Israeli Minister: ‘Bi-national state does not necessarily mean one man-one vote’
Friday’s Makor Rishon, a right-wing Israeli newspaper, ran a feature on the Israeli reaction to Palestinian threats of either demanding a democratic bi-national state in the whole of Mandatory Palestine or unilaterally declaring a Palestinian State in the 1967 borders. Minister of Information and Diaspora, Yuli Edelstein, of Netanyahu’s Likud party, was quoted as saying that he doesn’t see a bi-national state as a threat because it doesn’t necessarily imply full voting rights for the Palestinian population.
Excerpt from “And if the Palestinians declare a state”, Makor Rishon Political Supplement, November 13 2009 [page 8]
Yuli Edelstein thinks that the bi-national scenario will not pose a substantial problem for Israel. “It’s a threat that was always waved but there a thousand and one intermediate paths and examples from all over the world that stray from the principle of ‘one man – one vote.” There are all kinds of federations and confederations and other varied arrangements that can provide an answer to the right to vote.”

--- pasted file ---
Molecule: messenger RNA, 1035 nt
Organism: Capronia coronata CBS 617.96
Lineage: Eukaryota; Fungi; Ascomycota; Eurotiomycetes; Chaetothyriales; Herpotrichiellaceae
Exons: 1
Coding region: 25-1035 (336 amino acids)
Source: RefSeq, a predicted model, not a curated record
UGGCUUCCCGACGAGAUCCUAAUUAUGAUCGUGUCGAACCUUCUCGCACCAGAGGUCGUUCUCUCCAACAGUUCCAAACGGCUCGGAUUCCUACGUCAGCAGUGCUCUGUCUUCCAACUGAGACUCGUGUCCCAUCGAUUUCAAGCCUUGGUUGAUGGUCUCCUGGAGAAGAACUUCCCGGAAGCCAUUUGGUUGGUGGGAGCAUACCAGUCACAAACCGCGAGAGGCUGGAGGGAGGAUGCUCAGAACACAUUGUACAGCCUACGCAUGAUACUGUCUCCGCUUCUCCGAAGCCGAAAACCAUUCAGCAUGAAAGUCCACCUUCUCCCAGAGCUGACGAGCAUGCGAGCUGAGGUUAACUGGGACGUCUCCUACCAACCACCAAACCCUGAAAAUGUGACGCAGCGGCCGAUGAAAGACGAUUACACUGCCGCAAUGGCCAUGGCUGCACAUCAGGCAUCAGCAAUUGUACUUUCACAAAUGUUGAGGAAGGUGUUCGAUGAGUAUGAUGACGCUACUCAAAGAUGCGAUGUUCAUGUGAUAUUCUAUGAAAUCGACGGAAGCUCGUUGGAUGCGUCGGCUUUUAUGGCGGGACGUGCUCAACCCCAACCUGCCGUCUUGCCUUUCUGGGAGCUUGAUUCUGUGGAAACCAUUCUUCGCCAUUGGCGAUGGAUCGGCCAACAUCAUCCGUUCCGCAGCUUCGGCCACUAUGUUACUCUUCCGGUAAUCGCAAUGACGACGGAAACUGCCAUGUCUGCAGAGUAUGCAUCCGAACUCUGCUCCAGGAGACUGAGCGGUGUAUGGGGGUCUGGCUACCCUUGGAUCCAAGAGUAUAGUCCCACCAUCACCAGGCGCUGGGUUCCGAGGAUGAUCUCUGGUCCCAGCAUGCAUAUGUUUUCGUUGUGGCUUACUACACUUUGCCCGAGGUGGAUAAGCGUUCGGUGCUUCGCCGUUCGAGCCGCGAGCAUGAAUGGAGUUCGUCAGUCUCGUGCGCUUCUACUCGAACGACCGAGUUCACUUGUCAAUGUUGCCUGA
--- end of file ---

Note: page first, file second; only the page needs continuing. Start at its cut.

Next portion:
If this is the line of strategic thinking prevalent among the Israeli right-wing elite, it may help explain why the Jerusalem Post’s hardliner columnist, Caroline Glick, started advocating, also on Friday, the ‘integration of the West Bank’s Palestinian population into Israeli society.’
As Netanyahu knows, there is consensus support among Israelis for his plan to ensure that the country retains defensible borders in perpetuity. This involves establishing permanent Israeli control over the Jordan Valley and the large Jewish population blocs in Judea and Samaria. In light of the well-recognized failure of the two-state solution [horse feathers edited cause I just ate my dinner] … Israel should strike out on a new course and work toward the integration of Judea and Samaria, including its Palestinian population, into Israeli society. In the first instance, this will require the implementation of Israeli law in the Jordan Valley and the large settlement blocs.